It is tedious in the extreme. Some of this is deliberate – in parodying cloying philosophical nonsense it is hard to avoid writing philosophical nonsense. The trick is I suspect in providing just the right amount. There’s little or no characterisation here – all the characters are cyphers – Mr Lackwit, Mr Toobad, or the Reverend Mr Larynx. There’s also little or no narrative. The characters assemble in the abbey, which is really a moated country home on the remote Lincolnshire coast, where Scythrop Glowry, (admittedly, a pretty magnificent name) falls in and out of love as eligible females are paraded before him. Even Robert McCrum in choosing this novel for his list of 100 best novels in English for the Guardian in 2013 describes the plot as “cardboard-thin”. This is because the novel is simply a vehicle for Peacock’s friendly commentary on the lives and love affairs of the romantic poets. It may have had them rolling in the aisles in the early nineteenth century, but surely quickly lost its humour in a decade or two, and today provides many tumbleweed moments. Only one comment hit a chord; when, for the umpteenth time Mr Flosky, a friend of Mr Glowry senior is pontificating on his obscure theories, the narrator notes that he “suddenly stopped: he found himself unintentionally trespassing within the limits of common sense”.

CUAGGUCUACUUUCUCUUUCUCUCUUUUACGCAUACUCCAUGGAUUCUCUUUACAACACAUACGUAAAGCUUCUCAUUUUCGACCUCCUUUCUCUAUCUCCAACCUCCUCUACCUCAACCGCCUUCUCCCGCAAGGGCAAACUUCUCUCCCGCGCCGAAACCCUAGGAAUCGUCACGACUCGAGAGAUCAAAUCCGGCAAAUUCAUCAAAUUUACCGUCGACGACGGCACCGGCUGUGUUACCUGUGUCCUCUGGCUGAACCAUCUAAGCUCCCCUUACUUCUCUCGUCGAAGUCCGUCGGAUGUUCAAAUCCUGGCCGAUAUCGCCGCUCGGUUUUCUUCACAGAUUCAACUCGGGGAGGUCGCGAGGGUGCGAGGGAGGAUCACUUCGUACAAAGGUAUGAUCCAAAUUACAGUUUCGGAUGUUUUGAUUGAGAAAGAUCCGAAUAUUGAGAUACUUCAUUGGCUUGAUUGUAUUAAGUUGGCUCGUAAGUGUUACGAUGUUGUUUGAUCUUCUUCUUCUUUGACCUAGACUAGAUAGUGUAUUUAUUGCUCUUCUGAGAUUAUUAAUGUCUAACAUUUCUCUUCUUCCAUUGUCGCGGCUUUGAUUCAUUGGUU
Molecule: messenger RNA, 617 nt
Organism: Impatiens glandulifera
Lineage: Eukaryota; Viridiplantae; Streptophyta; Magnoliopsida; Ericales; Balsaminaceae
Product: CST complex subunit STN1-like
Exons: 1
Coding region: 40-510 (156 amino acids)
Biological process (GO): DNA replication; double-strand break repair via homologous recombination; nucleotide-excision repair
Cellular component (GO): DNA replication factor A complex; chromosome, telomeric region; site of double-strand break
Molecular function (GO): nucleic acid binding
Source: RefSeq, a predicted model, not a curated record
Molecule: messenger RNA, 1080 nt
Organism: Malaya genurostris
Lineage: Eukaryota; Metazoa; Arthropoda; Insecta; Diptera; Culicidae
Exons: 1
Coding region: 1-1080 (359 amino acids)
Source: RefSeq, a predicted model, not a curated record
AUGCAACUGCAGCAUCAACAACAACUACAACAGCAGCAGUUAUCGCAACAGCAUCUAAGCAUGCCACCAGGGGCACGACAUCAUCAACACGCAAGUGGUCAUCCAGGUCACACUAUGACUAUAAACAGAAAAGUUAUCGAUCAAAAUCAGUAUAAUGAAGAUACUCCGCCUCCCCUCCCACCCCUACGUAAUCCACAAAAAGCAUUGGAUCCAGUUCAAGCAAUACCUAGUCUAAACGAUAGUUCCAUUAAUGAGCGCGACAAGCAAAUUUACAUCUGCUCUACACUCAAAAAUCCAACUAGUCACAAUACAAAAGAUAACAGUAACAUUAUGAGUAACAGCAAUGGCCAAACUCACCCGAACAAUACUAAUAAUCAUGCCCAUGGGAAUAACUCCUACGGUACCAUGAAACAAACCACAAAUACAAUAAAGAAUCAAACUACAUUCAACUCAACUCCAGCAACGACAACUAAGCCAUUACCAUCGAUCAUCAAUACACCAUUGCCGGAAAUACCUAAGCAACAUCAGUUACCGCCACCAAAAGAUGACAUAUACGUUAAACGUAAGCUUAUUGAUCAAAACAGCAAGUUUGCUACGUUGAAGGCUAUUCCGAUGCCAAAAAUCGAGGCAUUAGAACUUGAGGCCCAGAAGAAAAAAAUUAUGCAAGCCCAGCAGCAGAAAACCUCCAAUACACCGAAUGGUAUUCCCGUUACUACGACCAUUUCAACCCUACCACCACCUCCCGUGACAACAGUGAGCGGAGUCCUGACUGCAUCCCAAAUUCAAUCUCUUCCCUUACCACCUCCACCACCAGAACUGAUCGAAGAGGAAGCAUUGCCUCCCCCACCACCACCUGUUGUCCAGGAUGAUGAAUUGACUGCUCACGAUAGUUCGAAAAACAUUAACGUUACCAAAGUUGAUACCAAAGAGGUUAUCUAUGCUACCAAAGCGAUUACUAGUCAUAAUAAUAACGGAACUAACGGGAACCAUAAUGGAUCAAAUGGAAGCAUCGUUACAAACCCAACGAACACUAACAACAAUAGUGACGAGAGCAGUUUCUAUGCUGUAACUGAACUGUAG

The narrative voice is deeply cynical. Romantic relationships are purely commercial – “marriage is a lottery, and the less choice and selection a man bestows upon his ticket the better” – and married life is a burden – “Mr Glowry used to say that his house was no better than a spacious kennel, for every one in it led the life of a dog”. Jane Austen wrote about relationships and courtships with a similar scepticism, but her characters are far more three dimensional and believable, and if you want a light-hearted commentary on the gothic novels of the period ‘Northanger Abbey’ is an infinitely better choice. That this novel squeezed out ‘Lord of the Rings’, the Gormenghast books, and others from the Guardian’s top 100 novels makes its inclusion all the harder to understand.